Barbara Bonney was of course perfectly cast as Zdenka, her inherently touching timbre so ideal for her music: she created a totally believable figure against the odds, not only of the character but the production, which seemed to want to make a joke of her situation. Her outbursts at crucial points, such as the moment where she tells Arabella that Matteo loves her with his whole soul, were so heart-rending that it was quite easy to see her as ‘die Bessere von uns zweien.’ Arabella’s hapless suitors (some of them idiotically conceived here as shades-sporting look-alikes) were all superbly sung, with Raymond Very a huge success as Matteo, bringing to mind René Kollo at his best, and John Daszak a sympathetic Elemer – ‘Das Andere wird kommen…’ displayed a genuinely heroic, ringing tone. The rest of the cast were merely adequate, although of course it’s hard to tell what really sensitive direction could have done with them.

Plenty of nonsense has been written about this production: all that needs to be said is that the set is a cross between a Milwaukee shopping mall (except for the fact that in the latter, the escalators would go somewhere) and the lobby of the Parker Meridien hotel on W 57th in New York (except that there, the stairs are wide enough for your ball gown, and of course the staff do what they are there to do, as opposed to crass gallimaufry). Additionally, if you sat beyond, say, row D in the Amphitheatre, you would be looking at the singers from the waist down only; the singers are also forced to squeeze themselves into silly and/or uncomfortable positions to sing music that is already quite challenging enough. Just one example must suffice (hard though it is to miss out on all that could be said about the way in which what Hampson and Mattila are made to do at the ending works totally against the music.) In Act 2, Arabella and Mandryka sing a sublime duet in which they plight their troth, uttering such sentiments as ‘dein Haus, wird mein Haus sein’ – and whilst they do this, Arabella is here crammed (in her puffy gown) into the last step on the stairs, whilst her betrothed is perched five steps above her, singing down onto her hair – so whilst they vow that they will be buried in the same grave, in tones of the most utterly melting tenderness, they neither look at nor touch each other. No comment.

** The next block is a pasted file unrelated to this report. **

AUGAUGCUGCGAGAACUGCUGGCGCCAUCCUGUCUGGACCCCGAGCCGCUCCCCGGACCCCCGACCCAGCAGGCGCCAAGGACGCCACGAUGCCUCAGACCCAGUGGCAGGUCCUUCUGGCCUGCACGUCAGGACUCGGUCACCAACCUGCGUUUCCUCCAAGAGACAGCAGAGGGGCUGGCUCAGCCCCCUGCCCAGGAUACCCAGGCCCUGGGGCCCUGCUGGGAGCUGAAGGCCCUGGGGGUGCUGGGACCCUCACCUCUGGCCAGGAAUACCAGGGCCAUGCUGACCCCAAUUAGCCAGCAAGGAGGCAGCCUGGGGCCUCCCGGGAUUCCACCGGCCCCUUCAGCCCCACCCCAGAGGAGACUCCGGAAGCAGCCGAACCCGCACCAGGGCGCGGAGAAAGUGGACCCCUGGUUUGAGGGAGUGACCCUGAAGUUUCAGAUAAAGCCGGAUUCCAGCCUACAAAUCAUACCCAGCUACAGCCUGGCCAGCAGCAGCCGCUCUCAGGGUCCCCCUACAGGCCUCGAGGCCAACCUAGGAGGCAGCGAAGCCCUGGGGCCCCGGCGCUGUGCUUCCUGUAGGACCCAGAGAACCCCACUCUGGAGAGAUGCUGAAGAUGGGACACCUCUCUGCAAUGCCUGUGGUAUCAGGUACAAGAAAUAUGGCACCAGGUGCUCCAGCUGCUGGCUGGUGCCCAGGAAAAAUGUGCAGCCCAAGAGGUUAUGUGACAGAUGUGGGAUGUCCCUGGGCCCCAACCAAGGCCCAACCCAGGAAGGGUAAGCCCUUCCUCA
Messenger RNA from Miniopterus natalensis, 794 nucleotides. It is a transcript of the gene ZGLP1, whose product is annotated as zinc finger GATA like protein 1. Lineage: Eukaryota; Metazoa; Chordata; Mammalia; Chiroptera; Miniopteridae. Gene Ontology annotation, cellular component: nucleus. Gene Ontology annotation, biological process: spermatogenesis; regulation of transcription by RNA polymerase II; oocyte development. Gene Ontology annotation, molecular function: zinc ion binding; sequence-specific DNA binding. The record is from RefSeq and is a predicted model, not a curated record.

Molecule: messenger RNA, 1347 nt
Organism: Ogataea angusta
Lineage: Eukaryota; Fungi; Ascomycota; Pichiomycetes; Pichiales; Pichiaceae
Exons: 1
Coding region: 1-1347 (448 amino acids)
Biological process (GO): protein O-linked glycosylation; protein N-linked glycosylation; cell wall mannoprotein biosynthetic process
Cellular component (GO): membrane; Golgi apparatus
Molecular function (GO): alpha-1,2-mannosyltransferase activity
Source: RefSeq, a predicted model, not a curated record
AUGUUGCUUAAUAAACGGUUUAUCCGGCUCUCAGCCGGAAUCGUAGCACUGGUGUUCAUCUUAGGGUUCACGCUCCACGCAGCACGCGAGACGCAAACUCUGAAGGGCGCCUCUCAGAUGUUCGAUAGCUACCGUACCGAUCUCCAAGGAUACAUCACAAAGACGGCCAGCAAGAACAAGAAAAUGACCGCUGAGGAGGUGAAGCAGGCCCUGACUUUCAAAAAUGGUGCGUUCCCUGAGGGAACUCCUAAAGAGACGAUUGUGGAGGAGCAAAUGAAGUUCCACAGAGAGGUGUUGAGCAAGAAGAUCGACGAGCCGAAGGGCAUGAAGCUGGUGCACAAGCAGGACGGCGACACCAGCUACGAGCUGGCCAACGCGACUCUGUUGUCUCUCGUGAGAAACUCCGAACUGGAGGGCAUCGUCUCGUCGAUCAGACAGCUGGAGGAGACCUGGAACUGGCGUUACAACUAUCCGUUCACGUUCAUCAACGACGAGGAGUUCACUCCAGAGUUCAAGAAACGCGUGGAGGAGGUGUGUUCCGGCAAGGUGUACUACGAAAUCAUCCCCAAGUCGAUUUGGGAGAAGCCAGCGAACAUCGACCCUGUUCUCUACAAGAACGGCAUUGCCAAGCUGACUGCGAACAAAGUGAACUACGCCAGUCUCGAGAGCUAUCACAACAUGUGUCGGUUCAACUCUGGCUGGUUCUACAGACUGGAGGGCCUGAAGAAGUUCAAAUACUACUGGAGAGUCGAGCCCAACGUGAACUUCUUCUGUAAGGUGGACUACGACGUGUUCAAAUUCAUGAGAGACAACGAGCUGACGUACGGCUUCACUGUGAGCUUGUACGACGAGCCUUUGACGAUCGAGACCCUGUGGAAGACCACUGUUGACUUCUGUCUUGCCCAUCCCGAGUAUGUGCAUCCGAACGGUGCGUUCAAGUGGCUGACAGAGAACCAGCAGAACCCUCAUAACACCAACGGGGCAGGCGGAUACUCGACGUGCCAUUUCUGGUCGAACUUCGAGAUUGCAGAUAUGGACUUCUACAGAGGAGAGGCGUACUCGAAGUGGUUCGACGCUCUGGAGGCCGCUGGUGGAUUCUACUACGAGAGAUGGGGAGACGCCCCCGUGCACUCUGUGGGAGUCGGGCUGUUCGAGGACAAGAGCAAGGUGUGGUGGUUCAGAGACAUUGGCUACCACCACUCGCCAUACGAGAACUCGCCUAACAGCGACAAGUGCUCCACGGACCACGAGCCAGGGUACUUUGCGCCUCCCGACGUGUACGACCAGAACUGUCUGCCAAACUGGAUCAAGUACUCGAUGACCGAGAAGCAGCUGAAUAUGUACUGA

I am not a fuddy-duddy traditionalist – I loved the much-criticized ENO ‘Don Giovanni’ and ‘Ballo,’ because in both productions the director actually knew how to manage singing actors and how to stage the conflicts between them. The present production reveals no such knowledge, and whilst writing of lack of knowledge, it’s a great pity that before printing their programme, the Royal Opera could not find someone who actually knows what singers of the stature of Dietrich Fischer-Dieskau and Alexander Young look (ed) like, since the photograph on page 44 shows, not the former as Mandryka, as we are informed, but in fact the latter as Matteo. That the present singers are the equals of those great artists only underlines one’s disappointment that this production is not worthy of them.

Melanie Eskenazi


PHOTO CREDIT: CATHERINE ASHMORE
ARABELLA by Richard Strauss
Royal Opera 05/04
THOMAS HAMPSON as Mandryka
DIANA DAMRAU as Fiakermilli
Conductor: Christoph Von Dohnanyi
Director: Peter Mussbach
Set Designs: Erich Wonder
Costume Designs: Andrea Schmidt-Futterer
Lighting: Alexander Koppelmann
 

 


Seen&Heard is part of MusicWeb Webmaster: Len Mullenger Len@musicweb-international.com

Return to: Seen&Heard Index


Return to: Music on the Web